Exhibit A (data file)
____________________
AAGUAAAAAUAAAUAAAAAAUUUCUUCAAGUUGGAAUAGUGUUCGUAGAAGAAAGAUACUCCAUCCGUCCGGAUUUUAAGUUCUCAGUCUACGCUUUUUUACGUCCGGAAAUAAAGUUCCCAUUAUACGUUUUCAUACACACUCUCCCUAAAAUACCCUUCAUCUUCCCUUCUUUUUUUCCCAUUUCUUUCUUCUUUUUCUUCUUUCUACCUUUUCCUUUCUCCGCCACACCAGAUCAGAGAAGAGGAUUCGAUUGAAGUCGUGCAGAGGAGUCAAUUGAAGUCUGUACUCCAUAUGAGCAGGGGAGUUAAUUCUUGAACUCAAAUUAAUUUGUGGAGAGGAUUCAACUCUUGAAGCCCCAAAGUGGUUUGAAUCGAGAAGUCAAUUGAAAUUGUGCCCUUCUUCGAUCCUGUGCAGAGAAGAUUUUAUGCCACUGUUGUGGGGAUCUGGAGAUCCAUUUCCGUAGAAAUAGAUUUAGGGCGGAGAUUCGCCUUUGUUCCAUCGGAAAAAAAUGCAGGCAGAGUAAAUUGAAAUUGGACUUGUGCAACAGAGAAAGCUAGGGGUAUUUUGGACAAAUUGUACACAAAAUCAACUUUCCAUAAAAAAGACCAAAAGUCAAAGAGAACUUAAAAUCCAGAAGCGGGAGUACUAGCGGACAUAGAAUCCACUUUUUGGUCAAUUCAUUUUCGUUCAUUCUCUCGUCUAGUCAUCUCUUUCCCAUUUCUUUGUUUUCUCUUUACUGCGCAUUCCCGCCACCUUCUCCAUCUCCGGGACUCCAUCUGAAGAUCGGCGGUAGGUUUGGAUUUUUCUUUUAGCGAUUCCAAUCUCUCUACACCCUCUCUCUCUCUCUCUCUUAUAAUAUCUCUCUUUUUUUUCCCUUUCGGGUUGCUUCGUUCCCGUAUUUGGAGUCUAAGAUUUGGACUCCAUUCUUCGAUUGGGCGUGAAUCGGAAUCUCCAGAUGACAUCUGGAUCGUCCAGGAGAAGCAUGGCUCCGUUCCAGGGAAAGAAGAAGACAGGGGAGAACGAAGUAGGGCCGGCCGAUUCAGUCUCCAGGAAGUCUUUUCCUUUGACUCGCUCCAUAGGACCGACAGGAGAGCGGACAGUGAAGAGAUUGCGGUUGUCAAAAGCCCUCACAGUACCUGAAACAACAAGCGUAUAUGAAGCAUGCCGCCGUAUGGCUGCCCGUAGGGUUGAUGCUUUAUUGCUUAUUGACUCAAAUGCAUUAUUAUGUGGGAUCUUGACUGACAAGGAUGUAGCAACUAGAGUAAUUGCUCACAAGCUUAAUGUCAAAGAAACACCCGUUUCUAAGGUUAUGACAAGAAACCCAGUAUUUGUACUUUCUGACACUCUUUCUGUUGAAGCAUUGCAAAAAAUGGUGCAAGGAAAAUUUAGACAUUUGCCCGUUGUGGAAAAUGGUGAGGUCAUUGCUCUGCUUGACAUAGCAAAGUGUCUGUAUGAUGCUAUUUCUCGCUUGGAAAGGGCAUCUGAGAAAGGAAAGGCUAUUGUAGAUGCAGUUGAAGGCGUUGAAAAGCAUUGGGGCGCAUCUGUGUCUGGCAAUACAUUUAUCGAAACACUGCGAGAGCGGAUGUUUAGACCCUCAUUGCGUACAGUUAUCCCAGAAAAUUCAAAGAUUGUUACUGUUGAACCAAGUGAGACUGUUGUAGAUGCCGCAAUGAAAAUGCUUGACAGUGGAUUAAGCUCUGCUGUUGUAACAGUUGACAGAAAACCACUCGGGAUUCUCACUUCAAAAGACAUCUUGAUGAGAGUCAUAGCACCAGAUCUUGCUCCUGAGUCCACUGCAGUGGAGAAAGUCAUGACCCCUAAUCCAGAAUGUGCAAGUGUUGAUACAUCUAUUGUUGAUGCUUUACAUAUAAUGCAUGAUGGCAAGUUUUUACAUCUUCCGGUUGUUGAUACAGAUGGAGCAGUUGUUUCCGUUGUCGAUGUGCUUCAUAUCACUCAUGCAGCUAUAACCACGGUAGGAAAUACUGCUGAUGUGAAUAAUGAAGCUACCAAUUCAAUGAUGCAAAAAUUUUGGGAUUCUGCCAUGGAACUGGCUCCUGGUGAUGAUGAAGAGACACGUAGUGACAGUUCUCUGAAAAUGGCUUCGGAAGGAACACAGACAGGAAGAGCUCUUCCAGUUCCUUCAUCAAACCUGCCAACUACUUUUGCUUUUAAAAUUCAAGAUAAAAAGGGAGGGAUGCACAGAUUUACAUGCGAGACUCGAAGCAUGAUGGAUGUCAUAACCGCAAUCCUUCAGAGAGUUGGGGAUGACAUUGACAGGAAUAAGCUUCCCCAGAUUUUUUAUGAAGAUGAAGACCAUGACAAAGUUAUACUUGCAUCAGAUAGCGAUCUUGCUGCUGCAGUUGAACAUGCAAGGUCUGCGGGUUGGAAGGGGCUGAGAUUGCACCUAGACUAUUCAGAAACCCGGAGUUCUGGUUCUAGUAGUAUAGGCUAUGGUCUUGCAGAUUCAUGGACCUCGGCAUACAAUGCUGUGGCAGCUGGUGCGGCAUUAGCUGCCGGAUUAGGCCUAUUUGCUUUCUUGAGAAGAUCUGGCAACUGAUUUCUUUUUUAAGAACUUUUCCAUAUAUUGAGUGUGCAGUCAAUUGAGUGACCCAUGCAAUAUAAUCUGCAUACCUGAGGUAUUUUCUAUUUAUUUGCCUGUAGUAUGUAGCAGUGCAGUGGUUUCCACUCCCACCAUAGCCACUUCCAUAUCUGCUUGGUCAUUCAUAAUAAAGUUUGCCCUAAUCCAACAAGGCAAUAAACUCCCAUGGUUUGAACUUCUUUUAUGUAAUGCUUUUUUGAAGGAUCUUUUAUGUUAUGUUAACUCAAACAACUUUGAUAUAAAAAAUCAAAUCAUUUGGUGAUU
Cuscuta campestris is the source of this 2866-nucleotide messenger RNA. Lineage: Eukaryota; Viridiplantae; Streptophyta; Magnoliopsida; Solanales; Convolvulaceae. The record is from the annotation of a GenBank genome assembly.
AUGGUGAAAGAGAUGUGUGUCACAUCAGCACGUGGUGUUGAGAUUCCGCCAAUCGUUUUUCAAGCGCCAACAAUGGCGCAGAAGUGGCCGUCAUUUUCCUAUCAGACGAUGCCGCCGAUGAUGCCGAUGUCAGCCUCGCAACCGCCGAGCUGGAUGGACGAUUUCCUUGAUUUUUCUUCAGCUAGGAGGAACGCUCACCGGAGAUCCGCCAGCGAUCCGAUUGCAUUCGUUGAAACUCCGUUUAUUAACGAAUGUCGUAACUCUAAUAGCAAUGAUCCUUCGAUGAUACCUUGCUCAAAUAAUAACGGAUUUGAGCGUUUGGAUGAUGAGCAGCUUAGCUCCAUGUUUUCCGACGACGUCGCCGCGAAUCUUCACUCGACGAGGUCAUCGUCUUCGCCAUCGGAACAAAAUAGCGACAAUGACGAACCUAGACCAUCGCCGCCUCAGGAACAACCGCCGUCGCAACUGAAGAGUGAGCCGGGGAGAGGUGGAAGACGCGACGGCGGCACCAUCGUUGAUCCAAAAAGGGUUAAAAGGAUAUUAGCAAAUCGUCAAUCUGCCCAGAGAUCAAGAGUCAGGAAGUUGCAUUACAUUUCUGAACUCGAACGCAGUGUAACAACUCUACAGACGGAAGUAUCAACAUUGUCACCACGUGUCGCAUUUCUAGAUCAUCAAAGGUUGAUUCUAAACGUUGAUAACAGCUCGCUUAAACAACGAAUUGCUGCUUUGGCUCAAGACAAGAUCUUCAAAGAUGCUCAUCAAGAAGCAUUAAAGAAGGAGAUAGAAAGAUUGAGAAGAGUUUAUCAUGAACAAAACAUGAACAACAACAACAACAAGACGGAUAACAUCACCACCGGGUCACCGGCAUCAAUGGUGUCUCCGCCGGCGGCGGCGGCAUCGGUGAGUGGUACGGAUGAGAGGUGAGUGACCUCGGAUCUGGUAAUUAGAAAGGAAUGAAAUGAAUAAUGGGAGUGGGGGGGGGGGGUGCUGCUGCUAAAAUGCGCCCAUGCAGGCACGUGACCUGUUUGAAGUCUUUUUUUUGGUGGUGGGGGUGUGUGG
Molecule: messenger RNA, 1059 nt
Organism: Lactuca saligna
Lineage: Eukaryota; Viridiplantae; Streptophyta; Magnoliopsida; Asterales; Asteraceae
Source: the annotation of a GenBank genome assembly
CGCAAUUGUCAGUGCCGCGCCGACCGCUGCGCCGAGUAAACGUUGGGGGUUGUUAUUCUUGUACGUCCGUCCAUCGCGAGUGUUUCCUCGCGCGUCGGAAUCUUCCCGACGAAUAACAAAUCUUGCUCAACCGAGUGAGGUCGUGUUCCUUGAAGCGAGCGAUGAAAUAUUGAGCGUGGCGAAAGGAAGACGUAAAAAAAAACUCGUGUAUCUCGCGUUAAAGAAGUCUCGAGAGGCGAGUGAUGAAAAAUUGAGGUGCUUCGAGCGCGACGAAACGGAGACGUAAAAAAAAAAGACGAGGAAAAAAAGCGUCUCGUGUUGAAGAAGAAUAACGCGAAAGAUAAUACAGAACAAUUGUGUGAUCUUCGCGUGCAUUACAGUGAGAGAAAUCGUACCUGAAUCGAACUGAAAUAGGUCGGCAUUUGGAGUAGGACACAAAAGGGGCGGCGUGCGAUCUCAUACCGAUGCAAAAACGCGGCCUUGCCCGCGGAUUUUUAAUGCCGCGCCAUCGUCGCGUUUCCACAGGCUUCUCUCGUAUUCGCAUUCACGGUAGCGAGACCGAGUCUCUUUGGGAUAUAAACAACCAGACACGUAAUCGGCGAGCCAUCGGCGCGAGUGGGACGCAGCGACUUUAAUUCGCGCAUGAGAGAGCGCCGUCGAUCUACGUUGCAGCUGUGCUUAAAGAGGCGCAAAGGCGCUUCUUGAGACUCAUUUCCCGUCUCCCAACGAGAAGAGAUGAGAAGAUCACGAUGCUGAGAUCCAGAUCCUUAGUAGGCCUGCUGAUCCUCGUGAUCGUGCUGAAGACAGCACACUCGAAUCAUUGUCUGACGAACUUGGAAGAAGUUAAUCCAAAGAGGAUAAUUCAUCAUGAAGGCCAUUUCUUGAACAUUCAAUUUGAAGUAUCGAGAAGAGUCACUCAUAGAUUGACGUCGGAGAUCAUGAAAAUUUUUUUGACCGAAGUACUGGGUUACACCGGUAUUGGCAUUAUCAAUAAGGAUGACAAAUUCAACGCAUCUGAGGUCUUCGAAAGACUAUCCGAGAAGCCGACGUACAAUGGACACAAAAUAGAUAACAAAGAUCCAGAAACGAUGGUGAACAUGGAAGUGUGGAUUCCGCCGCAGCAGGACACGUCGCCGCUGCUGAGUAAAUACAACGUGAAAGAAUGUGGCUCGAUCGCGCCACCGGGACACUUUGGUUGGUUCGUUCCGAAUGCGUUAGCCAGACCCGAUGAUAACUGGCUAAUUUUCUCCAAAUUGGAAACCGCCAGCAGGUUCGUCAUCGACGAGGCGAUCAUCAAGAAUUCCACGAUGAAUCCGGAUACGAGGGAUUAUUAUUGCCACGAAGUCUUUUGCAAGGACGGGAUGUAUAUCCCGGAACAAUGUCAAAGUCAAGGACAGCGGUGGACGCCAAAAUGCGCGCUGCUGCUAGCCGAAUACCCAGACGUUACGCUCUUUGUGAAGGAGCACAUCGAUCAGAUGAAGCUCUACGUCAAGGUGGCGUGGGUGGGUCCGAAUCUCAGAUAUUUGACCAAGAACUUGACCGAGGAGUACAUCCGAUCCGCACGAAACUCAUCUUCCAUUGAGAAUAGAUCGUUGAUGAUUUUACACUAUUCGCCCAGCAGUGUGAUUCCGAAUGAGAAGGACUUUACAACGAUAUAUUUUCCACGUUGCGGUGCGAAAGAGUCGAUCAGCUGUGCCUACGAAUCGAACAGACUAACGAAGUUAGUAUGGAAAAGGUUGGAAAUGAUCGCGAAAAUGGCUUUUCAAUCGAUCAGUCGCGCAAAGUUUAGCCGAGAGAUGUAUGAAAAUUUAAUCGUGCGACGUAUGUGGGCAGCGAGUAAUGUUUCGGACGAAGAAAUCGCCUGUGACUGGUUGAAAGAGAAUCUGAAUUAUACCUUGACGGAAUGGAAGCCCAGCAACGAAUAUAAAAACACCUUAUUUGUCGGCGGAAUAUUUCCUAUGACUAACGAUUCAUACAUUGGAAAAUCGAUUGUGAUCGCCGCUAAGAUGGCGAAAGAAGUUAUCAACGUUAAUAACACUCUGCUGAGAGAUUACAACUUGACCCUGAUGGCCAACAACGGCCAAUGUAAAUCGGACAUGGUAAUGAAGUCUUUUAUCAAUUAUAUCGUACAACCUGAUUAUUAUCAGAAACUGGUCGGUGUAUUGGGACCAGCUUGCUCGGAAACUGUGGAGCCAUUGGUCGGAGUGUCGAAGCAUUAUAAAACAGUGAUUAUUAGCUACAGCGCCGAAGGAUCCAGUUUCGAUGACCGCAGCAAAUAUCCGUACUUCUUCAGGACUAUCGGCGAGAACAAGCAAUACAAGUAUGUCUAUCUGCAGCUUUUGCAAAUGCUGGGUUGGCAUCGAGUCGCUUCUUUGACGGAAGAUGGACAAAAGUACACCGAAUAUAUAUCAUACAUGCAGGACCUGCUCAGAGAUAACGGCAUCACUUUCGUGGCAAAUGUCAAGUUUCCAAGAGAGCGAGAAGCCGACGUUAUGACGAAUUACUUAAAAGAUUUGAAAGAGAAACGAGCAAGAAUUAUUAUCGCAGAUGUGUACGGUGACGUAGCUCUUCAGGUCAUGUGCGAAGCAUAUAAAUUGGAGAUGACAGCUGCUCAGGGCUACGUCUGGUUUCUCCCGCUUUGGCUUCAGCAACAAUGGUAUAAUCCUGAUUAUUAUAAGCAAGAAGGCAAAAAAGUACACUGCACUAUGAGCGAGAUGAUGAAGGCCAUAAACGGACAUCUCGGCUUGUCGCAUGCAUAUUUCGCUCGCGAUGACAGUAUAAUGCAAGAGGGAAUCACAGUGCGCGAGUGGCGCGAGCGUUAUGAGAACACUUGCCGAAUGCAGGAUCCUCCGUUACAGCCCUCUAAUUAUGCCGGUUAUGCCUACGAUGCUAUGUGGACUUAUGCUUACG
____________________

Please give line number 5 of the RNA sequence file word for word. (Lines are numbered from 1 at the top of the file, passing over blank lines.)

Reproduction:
Organism: Lactuca saligna